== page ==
• Kelly Circle. The general plan is improving the pedestrian crossing at Parkman Drive with a crosswalk and better signage, plus adding painted traffic lanes to the rotary. Meeting attendees favored a large-scale increase in green space that would remove a lane of the ro-tary and make it a tighter circle, to slow traffic. A large curb extension would make the pedestrian crossing shorter. The other proposal was limited to enlarging an existing traffic island at the crossing.

“If you were designing this from scratch, you wouldn’t have all those curves in there,” said FST vice president Gary Hebert of the rotary. He acknowledged that reducing the lanes would slow traffic, but said FST studies indicated that will not drive significant numbers of cars onto neighborhood streets.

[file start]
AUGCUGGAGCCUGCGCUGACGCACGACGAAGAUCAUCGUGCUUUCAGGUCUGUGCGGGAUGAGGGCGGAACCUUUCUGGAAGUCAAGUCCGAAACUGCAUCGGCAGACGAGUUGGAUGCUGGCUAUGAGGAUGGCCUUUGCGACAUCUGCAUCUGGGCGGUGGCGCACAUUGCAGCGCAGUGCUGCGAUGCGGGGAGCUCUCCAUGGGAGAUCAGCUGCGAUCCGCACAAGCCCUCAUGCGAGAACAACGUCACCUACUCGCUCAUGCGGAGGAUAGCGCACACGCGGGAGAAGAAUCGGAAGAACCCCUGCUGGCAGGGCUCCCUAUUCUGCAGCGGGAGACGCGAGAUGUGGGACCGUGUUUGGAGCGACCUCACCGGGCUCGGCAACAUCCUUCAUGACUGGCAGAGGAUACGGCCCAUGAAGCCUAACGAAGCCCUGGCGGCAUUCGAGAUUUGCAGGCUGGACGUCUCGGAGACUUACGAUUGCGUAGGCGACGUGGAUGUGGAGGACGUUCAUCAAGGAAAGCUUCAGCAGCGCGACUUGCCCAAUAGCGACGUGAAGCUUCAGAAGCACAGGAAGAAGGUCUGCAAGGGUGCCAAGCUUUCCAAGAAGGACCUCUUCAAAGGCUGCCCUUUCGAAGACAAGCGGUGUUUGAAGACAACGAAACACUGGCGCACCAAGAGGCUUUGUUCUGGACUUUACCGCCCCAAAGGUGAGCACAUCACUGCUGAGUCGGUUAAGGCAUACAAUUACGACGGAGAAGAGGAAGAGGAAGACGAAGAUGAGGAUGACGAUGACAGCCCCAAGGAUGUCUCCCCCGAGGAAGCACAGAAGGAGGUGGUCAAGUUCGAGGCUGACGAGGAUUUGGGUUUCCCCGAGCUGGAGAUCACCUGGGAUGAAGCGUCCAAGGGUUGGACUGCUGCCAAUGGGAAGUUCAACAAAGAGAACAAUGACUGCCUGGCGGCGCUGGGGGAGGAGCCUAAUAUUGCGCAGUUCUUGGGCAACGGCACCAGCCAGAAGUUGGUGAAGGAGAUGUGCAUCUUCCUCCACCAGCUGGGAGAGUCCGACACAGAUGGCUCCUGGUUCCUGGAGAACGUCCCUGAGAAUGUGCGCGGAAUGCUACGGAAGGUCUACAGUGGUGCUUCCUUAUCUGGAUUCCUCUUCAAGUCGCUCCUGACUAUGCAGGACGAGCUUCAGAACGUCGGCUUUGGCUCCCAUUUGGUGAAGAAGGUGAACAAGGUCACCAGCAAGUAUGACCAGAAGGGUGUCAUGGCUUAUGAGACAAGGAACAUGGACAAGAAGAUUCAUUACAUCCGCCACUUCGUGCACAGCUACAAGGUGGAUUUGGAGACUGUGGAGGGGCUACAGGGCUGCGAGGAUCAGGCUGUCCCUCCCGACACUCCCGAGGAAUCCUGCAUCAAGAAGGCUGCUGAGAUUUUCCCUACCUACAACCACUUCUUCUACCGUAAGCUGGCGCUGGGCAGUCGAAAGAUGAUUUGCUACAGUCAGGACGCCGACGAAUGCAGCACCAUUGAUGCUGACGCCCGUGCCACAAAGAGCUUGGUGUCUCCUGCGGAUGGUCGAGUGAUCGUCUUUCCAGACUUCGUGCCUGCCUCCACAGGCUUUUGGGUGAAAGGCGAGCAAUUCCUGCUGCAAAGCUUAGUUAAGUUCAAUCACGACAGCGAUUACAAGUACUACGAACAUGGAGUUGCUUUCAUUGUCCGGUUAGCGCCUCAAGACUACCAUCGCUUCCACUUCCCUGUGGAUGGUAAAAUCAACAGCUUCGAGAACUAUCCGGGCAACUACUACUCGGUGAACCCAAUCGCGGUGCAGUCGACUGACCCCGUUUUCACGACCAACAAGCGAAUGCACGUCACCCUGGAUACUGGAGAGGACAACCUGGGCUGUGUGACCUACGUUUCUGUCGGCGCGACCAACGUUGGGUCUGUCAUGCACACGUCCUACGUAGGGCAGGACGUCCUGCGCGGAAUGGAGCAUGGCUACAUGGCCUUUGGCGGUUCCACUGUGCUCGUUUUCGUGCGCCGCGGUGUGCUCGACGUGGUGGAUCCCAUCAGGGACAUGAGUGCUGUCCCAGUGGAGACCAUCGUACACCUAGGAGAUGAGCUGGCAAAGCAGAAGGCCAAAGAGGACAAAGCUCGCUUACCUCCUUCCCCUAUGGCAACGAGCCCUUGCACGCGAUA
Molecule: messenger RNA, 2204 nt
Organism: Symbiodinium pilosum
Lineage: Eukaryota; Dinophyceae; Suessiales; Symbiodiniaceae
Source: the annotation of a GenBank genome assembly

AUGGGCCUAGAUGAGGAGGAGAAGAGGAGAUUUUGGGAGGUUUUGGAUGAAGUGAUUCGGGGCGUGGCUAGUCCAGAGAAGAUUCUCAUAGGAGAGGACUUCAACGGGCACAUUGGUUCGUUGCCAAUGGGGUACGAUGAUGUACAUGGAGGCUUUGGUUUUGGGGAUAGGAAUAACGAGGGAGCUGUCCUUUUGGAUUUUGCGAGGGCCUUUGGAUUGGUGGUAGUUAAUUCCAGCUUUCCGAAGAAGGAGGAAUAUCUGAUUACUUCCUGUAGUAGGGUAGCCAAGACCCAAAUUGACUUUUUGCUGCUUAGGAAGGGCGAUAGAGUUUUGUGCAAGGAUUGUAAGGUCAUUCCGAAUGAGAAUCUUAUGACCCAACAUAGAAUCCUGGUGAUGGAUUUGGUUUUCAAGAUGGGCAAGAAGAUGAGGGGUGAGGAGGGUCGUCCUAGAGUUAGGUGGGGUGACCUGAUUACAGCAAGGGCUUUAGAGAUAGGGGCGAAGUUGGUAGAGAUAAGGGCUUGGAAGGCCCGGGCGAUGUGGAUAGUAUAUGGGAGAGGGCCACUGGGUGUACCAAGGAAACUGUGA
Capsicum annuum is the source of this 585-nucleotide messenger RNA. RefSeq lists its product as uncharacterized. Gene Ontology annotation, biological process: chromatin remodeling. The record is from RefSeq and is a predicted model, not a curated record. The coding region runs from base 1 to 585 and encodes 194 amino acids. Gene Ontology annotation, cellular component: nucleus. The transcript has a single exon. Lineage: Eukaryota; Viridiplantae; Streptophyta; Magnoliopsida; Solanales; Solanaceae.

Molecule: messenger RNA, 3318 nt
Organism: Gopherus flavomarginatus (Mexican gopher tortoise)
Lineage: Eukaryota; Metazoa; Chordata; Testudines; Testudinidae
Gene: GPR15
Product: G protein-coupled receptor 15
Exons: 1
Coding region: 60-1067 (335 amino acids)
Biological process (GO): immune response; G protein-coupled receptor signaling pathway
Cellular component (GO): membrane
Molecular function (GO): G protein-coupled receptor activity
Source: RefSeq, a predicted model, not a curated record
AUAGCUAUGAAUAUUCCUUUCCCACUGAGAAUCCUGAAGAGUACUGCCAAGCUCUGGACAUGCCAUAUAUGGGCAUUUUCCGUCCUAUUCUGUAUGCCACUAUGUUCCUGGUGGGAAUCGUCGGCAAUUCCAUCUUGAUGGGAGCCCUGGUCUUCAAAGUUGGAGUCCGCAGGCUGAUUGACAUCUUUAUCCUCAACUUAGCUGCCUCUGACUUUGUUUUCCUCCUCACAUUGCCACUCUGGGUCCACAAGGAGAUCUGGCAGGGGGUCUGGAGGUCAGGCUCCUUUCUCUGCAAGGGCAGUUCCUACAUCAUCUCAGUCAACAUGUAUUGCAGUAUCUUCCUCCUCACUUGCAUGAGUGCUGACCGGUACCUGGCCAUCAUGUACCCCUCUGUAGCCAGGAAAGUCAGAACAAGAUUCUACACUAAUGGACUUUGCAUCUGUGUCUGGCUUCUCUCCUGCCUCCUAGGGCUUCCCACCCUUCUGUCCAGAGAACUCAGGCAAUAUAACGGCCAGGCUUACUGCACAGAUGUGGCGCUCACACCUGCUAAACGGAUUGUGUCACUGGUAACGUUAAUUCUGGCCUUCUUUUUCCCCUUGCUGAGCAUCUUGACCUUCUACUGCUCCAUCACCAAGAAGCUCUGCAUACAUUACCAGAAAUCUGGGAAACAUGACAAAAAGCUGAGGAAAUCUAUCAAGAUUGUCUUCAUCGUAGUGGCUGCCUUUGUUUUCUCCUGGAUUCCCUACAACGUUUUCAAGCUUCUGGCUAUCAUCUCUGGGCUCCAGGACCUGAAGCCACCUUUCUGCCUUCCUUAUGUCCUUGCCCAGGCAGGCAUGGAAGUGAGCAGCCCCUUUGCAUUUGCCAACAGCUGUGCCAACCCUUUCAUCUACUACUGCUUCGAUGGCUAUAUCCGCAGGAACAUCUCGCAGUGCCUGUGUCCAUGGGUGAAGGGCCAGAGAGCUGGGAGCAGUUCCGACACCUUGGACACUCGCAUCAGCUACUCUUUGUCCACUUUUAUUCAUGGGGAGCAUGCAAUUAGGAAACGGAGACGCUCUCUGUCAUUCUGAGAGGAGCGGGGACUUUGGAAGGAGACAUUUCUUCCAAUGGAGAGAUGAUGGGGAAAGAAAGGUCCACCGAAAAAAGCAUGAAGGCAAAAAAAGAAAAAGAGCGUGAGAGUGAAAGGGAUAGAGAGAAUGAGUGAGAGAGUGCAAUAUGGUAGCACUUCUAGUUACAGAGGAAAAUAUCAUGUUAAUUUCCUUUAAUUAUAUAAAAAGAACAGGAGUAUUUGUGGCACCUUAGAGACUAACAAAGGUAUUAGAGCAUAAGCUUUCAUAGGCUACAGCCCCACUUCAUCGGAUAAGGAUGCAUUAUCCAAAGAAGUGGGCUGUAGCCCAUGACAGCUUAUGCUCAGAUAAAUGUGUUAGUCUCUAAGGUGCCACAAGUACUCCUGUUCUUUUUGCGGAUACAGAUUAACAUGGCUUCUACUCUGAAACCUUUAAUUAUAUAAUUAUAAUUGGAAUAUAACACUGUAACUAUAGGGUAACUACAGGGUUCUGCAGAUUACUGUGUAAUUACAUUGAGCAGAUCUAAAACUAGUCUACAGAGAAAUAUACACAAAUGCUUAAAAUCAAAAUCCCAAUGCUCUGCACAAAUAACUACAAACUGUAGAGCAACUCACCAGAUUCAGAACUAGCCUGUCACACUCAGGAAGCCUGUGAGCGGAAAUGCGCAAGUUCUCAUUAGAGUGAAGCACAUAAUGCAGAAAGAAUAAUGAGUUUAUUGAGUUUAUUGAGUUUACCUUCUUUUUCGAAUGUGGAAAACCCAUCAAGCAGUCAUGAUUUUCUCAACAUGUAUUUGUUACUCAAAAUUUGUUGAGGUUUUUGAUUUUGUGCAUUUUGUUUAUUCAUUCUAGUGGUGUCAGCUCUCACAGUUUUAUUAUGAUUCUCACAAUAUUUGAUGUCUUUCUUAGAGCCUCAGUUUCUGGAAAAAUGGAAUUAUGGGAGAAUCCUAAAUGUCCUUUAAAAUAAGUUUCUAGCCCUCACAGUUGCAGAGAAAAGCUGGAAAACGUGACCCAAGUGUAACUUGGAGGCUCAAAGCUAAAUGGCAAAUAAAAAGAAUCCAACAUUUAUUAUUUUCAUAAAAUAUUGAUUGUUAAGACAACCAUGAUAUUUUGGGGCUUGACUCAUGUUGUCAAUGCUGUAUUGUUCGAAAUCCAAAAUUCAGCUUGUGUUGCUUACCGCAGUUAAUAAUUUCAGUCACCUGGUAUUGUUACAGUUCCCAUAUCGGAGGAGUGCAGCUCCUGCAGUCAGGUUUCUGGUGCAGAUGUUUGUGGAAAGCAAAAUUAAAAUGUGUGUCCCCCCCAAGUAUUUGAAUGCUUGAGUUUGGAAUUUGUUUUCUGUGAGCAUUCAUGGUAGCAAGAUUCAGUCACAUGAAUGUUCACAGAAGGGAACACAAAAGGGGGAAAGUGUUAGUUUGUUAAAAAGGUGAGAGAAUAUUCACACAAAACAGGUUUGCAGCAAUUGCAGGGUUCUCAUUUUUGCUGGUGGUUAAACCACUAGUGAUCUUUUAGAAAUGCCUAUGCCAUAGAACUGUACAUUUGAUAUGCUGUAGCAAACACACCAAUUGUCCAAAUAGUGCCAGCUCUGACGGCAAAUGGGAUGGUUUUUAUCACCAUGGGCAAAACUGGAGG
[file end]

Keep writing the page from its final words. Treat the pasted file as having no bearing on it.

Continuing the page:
• Parkman Memorial crossing. The large stone memorial to historian Francis Parkman, surrounded by a wide lawn, is currently inaccessi-ble. FST offered two plans for a crosswalk—one near the memorial, and one farther down Parkman Drive with a path leading to the memorial. Meeting attendees favored the second option as more visible to drivers. But the real consensus was that both options are unsafe, and that improvements at the Parkman/Perkins intersection make more sense. Hebert said FST was ordered to look only at Parkman Drive, so a Perkins Street crossing would require more research.

The ENC has been leading the planning effort under a matching funds grant from DCR. The budget for actual construction remains fuzzy. DCR officials said that they placed $250,000 into the agency’s Fiscal Year 2010 budget. But previous estimates for the Eliot Street light/crosswalk alone have ranged from $500,000 to $1 million.

FST will refine the proposals—including more specific cost information—and return for another community meeting in September. The Eliot Street crossing is DCR’s priority, and work on that could begin in October, according to DCR officials.

The entire design proposals, including all alternative options, is available online at www.mass.gov/dcr. Written comments are being accepted through July 15 at dcr.updates@state.ma.us.